Rosie’s Place offers nutritious meals with high-quality foods

Ruthie McDonough, dining room manager at Rosie’s Place, upgraded the menu to follow USDA nutrition guidelines.
Ruthie McDonough, dining room manager at Rosie’s Place, upgraded the menu to follow USDA nutrition guidelines.Dina Rudick/Globe Staff/Globe Staff

Ruthie McDonough had no food background when she volunteered at Rosie’s Place 13 years ago. For the last seven years, the Allston native has served as the dining room manager, overseeing the revamp of food quality standards at the longtime women’s sanctuary. Following USDA nutrition guidelines, McDonough redid the menu to offer healthier options, including one serving of fruit per meal, two servings of vegetables, more fiber, and lower sodium and fat. “It was definitely a learning curve, changing the menu. Ruthie tried to make a beet salad and the women were running away from it,” says Sue Marsh, executive director of Rosie’s Place. “I think they really had to retrain their palates because they were used to salty food and sugary food.”

Last year, McDonough and her rotating staff of about 1,500 volunteers, many of whom also have no food experience, served more than 78,000 meals, an increase of about 5,000 over 2011. “I would challenge any other program in the city to match the way Ruthie’s created a menu that not only keeps the women full, but feeds them well,” Marsh says. McDonough told us about her food mission and the challenges and rewards it has brought.


Q. You were working in a warehouse part time when you and your daughter first volunteered at Rosie’s Place. What appealed to you about the center?

A. Everything. It offers a lot of different services to the women and it has a really good spirit. You walk through the door and everyone’s treated with kindness and compassion.

Q. What were guests eating before you starting implementing menu changes?

A. There were a lot of hot dogs, a lot of sandwiches, a lot of processed foods with sodium, a lot of chips and pickles and french fries, a lot of things that could be cooked really quickly. And the women got used to eating all these products and they suffered from different health conditions like diabetes and high blood pressure, and I thought, if we change the meals, we’ll help the women with their health.


Q. You coordinate 150 volunteer groups that donate about half the food you serve. How did they take to the menu alterations?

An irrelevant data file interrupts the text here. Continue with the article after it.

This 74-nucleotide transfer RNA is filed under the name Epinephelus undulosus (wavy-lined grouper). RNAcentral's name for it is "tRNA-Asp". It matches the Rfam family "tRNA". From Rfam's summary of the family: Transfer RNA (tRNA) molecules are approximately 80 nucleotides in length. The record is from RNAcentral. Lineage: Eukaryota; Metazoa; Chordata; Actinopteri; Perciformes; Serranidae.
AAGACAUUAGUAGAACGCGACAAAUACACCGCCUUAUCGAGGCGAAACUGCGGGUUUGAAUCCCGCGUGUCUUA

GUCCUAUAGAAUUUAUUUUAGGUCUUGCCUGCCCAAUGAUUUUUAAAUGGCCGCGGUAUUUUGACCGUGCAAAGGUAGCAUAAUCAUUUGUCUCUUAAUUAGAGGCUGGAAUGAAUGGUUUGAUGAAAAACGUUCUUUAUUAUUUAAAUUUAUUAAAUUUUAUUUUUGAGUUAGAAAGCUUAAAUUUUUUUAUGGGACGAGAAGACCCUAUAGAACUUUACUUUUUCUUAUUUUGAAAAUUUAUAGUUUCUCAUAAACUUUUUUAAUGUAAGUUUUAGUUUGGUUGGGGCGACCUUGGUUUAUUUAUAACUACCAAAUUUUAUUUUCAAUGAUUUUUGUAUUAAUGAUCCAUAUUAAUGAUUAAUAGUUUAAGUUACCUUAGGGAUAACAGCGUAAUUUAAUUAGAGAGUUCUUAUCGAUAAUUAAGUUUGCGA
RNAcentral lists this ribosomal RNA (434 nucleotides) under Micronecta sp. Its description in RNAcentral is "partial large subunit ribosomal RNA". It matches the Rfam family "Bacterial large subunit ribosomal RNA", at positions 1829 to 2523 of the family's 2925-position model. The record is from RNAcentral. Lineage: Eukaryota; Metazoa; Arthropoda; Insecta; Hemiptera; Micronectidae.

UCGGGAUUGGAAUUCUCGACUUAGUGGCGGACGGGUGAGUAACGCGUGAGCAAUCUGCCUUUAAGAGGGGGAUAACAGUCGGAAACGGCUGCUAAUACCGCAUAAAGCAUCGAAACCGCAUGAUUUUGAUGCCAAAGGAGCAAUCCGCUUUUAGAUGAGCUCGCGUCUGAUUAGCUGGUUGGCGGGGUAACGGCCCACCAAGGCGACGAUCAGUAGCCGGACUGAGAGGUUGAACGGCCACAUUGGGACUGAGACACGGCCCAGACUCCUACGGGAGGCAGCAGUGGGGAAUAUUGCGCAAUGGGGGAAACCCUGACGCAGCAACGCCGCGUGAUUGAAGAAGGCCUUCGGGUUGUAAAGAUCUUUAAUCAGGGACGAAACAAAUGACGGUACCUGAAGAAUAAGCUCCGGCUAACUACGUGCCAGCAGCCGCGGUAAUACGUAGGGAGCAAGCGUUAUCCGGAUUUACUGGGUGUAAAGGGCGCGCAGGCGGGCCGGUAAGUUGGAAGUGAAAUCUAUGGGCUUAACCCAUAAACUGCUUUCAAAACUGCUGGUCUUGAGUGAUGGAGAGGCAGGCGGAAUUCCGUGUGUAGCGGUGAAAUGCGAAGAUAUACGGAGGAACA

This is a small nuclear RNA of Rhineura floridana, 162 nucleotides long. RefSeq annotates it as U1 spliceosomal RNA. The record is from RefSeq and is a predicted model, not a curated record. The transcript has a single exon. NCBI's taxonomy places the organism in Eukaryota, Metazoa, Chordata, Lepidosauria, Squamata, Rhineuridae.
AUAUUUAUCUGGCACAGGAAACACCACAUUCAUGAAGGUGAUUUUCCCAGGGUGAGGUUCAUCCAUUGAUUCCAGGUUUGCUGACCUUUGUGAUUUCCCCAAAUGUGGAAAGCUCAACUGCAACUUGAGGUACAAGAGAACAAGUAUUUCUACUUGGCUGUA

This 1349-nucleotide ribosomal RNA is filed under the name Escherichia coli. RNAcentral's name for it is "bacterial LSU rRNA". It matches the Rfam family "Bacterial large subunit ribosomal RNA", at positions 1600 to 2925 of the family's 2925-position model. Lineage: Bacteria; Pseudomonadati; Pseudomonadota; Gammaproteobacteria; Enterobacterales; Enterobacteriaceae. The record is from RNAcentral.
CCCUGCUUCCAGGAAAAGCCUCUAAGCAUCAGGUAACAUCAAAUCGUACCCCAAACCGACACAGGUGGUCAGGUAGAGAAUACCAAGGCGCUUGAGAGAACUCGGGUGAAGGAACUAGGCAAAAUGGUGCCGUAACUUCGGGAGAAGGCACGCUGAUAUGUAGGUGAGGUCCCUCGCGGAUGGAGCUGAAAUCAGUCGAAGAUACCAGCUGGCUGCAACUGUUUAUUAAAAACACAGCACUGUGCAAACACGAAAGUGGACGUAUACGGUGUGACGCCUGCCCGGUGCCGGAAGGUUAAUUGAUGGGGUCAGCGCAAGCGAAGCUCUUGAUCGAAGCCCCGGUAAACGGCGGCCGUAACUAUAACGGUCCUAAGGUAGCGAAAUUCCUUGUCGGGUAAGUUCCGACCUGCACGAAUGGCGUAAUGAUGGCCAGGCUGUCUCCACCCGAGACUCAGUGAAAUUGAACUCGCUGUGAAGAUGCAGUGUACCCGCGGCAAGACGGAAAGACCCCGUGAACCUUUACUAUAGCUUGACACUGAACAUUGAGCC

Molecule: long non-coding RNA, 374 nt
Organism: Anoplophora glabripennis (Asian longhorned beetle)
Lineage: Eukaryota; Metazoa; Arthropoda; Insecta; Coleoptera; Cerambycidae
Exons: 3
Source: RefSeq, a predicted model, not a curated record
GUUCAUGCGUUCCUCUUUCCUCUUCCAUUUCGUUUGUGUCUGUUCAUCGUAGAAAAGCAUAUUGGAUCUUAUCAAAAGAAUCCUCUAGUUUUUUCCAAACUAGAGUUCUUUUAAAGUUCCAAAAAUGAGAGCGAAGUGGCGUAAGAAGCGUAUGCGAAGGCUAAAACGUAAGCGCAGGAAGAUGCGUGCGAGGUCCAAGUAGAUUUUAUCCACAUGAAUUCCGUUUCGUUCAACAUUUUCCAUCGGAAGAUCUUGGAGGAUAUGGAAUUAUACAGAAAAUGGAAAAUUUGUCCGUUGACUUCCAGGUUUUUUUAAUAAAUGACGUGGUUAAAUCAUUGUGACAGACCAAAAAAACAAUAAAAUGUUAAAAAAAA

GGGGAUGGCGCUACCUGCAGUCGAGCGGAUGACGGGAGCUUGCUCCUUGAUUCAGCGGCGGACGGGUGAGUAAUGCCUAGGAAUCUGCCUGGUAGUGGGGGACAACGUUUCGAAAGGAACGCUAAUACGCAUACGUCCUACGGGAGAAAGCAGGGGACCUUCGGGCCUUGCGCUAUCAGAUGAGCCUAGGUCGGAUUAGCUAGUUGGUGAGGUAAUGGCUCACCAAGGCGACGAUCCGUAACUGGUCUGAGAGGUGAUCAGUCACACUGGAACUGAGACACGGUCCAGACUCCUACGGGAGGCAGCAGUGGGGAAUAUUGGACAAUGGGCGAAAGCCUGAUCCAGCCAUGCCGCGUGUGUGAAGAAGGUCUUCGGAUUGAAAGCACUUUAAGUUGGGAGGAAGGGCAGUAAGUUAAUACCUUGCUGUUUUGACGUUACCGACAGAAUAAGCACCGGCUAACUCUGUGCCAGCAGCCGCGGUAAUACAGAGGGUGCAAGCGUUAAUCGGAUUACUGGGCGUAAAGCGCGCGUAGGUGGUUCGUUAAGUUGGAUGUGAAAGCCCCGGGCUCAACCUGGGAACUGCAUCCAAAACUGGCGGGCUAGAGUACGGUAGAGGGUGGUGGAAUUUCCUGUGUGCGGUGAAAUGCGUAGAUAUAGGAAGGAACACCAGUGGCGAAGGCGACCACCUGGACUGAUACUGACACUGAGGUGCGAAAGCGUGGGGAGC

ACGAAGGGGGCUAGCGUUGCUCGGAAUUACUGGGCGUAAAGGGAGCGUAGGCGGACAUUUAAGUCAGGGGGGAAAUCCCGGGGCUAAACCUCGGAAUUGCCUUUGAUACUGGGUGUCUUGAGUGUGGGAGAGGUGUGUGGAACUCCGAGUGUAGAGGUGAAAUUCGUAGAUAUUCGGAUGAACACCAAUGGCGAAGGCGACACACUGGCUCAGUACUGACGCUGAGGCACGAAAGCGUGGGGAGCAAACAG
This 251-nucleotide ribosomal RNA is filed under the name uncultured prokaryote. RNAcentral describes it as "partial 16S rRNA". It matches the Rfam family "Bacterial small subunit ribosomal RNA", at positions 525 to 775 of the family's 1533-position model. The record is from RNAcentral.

A. We had someone who was bringing in a casserole the first Monday of the month, and she did that for 38 years. So when I suggested some changes to her meals to make them reach our standards, some of the volunteers didn’t like the change but a lot of them really helped out. We told them that they had to start providing sauces that were made from scratch, less canned stuff. A lot of processed foods with sodium that they were bringing in, they had to change that. It was a slow process, but we’ve converted the meals to reach our standards.

Q. You partnered with local farms. How did that help the transition?

A. In 2009, we reached out to the farmers and asked them if they’d like to donate some of their produce to us. And then we set it up with volunteers and staff and people on the board to go over to the farms and pick up all the produce and drop it off here. We decided to use all the fresh vegetables in the kitchen and what we have left, we give to the grocery program. So we have about 10 different farms that we’re working with. We also partnered with [the nonprofit food rescue program] Lovin’ Spoonfuls, who pick up and drop off to us.


Q. How much money do those farm partnerships save the program?

A. We saved about $25,000 worth of fresh produce for our dining room and the food pantry. And the donations are seasonal, so that means everything from strawberries in the summer to squash in the fall to asparagus in the spring. This allows the guests to also cook seasonally if we give it out in the grocery program.

Interview was condensed and edited. Glenn Yoder can be reached at gyoder@globe.com.